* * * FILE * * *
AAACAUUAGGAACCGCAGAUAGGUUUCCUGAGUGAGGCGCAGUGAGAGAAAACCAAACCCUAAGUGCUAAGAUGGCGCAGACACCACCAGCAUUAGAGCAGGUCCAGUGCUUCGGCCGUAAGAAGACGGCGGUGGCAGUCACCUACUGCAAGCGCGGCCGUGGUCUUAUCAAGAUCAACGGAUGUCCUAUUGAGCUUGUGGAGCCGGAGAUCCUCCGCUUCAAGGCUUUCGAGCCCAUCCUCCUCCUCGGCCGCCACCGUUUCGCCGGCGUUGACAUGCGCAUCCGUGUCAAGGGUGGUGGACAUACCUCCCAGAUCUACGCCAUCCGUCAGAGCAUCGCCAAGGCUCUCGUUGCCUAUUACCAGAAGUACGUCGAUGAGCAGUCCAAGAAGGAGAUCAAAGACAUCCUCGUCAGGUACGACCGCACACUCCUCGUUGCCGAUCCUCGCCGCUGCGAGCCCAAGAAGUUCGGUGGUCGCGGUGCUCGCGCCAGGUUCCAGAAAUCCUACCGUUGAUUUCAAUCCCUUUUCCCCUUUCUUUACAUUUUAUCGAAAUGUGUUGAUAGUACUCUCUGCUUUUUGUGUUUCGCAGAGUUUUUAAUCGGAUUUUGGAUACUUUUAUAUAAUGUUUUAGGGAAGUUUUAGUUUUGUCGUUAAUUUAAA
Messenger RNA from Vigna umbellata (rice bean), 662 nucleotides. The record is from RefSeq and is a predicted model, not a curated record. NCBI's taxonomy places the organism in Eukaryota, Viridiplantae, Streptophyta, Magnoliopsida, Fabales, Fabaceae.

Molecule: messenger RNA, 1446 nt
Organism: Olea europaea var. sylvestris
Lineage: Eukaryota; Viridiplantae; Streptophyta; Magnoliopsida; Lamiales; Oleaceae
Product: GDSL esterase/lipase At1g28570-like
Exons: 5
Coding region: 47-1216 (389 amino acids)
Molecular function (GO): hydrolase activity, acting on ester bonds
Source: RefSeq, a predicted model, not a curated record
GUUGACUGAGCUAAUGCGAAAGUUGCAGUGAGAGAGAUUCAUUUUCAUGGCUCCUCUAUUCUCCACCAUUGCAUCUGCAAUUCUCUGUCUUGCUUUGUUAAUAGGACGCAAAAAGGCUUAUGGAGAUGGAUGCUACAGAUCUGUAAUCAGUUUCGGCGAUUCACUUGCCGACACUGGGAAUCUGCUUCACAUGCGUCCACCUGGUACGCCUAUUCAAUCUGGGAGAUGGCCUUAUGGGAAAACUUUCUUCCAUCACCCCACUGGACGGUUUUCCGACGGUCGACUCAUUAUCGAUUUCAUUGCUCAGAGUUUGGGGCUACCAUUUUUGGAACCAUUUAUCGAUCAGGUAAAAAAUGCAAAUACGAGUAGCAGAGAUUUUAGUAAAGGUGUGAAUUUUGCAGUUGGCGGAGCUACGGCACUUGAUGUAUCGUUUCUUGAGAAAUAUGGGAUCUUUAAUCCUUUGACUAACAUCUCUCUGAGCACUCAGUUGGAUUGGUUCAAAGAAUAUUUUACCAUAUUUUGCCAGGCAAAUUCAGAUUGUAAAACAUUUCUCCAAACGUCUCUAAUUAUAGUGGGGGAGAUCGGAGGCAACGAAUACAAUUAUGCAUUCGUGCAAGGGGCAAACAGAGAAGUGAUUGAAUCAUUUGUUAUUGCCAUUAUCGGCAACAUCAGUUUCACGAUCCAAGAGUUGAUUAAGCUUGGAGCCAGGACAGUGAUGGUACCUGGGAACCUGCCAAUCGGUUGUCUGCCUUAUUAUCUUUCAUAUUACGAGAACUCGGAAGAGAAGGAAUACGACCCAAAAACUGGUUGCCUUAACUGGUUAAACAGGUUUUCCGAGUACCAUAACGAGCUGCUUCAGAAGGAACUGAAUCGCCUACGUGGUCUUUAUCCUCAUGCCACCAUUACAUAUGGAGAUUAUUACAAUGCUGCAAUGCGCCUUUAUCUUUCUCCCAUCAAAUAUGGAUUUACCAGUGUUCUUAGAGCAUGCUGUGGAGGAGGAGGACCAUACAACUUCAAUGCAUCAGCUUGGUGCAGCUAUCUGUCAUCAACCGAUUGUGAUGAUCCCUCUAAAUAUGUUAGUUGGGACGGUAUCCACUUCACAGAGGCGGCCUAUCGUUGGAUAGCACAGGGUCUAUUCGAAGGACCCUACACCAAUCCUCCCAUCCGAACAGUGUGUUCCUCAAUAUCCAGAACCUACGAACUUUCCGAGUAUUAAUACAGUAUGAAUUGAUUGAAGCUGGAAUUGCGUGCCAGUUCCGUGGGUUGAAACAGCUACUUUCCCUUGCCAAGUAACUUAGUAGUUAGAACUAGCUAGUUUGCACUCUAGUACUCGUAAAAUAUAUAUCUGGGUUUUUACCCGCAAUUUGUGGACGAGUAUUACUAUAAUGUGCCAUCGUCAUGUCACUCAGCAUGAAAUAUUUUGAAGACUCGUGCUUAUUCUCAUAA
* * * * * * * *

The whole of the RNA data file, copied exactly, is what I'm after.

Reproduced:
AAACAUUAGGAACCGCAGAUAGGUUUCCUGAGUGAGGCGCAGUGAGAGAAAACCAAACCCUAAGUGCUAAGAUGGCGCAGACACCACCAGCAUUAGAGCAGGUCCAGUGCUUCGGCCGUAAGAAGACGGCGGUGGCAGUCACCUACUGCAAGCGCGGCCGUGGUCUUAUCAAGAUCAACGGAUGUCCUAUUGAGCUUGUGGAGCCGGAGAUCCUCCGCUUCAAGGCUUUCGAGCCCAUCCUCCUCCUCGGCCGCCACCGUUUCGCCGGCGUUGACAUGCGCAUCCGUGUCAAGGGUGGUGGACAUACCUCCCAGAUCUACGCCAUCCGUCAGAGCAUCGCCAAGGCUCUCGUUGCCUAUUACCAGAAGUACGUCGAUGAGCAGUCCAAGAAGGAGAUCAAAGACAUCCUCGUCAGGUACGACCGCACACUCCUCGUUGCCGAUCCUCGCCGCUGCGAGCCCAAGAAGUUCGGUGGUCGCGGUGCUCGCGCCAGGUUCCAGAAAUCCUACCGUUGAUUUCAAUCCCUUUUCCCCUUUCUUUACAUUUUAUCGAAAUGUGUUGAUAGUACUCUCUGCUUUUUGUGUUUCGCAGAGUUUUUAAUCGGAUUUUGGAUACUUUUAUAUAAUGUUUUAGGGAAGUUUUAGUUUUGUCGUUAAUUUAAA
Messenger RNA from Vigna umbellata (rice bean), 662 nucleotides. The record is from RefSeq and is a predicted model, not a curated record. NCBI's taxonomy places the organism in Eukaryota, Viridiplantae, Streptophyta, Magnoliopsida, Fabales, Fabaceae.

Molecule: messenger RNA, 1446 nt
Organism: Olea europaea var. sylvestris
Lineage: Eukaryota; Viridiplantae; Streptophyta; Magnoliopsida; Lamiales; Oleaceae
Product: GDSL esterase/lipase At1g28570-like
Exons: 5
Coding region: 47-1216 (389 amino acids)
Molecular function (GO): hydrolase activity, acting on ester bonds
Source: RefSeq, a predicted model, not a curated record
GUUGACUGAGCUAAUGCGAAAGUUGCAGUGAGAGAGAUUCAUUUUCAUGGCUCCUCUAUUCUCCACCAUUGCAUCUGCAAUUCUCUGUCUUGCUUUGUUAAUAGGACGCAAAAAGGCUUAUGGAGAUGGAUGCUACAGAUCUGUAAUCAGUUUCGGCGAUUCACUUGCCGACACUGGGAAUCUGCUUCACAUGCGUCCACCUGGUACGCCUAUUCAAUCUGGGAGAUGGCCUUAUGGGAAAACUUUCUUCCAUCACCCCACUGGACGGUUUUCCGACGGUCGACUCAUUAUCGAUUUCAUUGCUCAGAGUUUGGGGCUACCAUUUUUGGAACCAUUUAUCGAUCAGGUAAAAAAUGCAAAUACGAGUAGCAGAGAUUUUAGUAAAGGUGUGAAUUUUGCAGUUGGCGGAGCUACGGCACUUGAUGUAUCGUUUCUUGAGAAAUAUGGGAUCUUUAAUCCUUUGACUAACAUCUCUCUGAGCACUCAGUUGGAUUGGUUCAAAGAAUAUUUUACCAUAUUUUGCCAGGCAAAUUCAGAUUGUAAAACAUUUCUCCAAACGUCUCUAAUUAUAGUGGGGGAGAUCGGAGGCAACGAAUACAAUUAUGCAUUCGUGCAAGGGGCAAACAGAGAAGUGAUUGAAUCAUUUGUUAUUGCCAUUAUCGGCAACAUCAGUUUCACGAUCCAAGAGUUGAUUAAGCUUGGAGCCAGGACAGUGAUGGUACCUGGGAACCUGCCAAUCGGUUGUCUGCCUUAUUAUCUUUCAUAUUACGAGAACUCGGAAGAGAAGGAAUACGACCCAAAAACUGGUUGCCUUAACUGGUUAAACAGGUUUUCCGAGUACCAUAACGAGCUGCUUCAGAAGGAACUGAAUCGCCUACGUGGUCUUUAUCCUCAUGCCACCAUUACAUAUGGAGAUUAUUACAAUGCUGCAAUGCGCCUUUAUCUUUCUCCCAUCAAAUAUGGAUUUACCAGUGUUCUUAGAGCAUGCUGUGGAGGAGGAGGACCAUACAACUUCAAUGCAUCAGCUUGGUGCAGCUAUCUGUCAUCAACCGAUUGUGAUGAUCCCUCUAAAUAUGUUAGUUGGGACGGUAUCCACUUCACAGAGGCGGCCUAUCGUUGGAUAGCACAGGGUCUAUUCGAAGGACCCUACACCAAUCCUCCCAUCCGAACAGUGUGUUCCUCAAUAUCCAGAACCUACGAACUUUCCGAGUAUUAAUACAGUAUGAAUUGAUUGAAGCUGGAAUUGCGUGCCAGUUCCGUGGGUUGAAACAGCUACUUUCCCUUGCCAAGUAACUUAGUAGUUAGAACUAGCUAGUUUGCACUCUAGUACUCGUAAAAUAUAUAUCUGGGUUUUUACCCGCAAUUUGUGGACGAGUAUUACUAUAAUGUGCCAUCGUCAUGUCACUCAGCAUGAAAUAUUUUGAAGACUCGUGCUUAUUCUCAUAA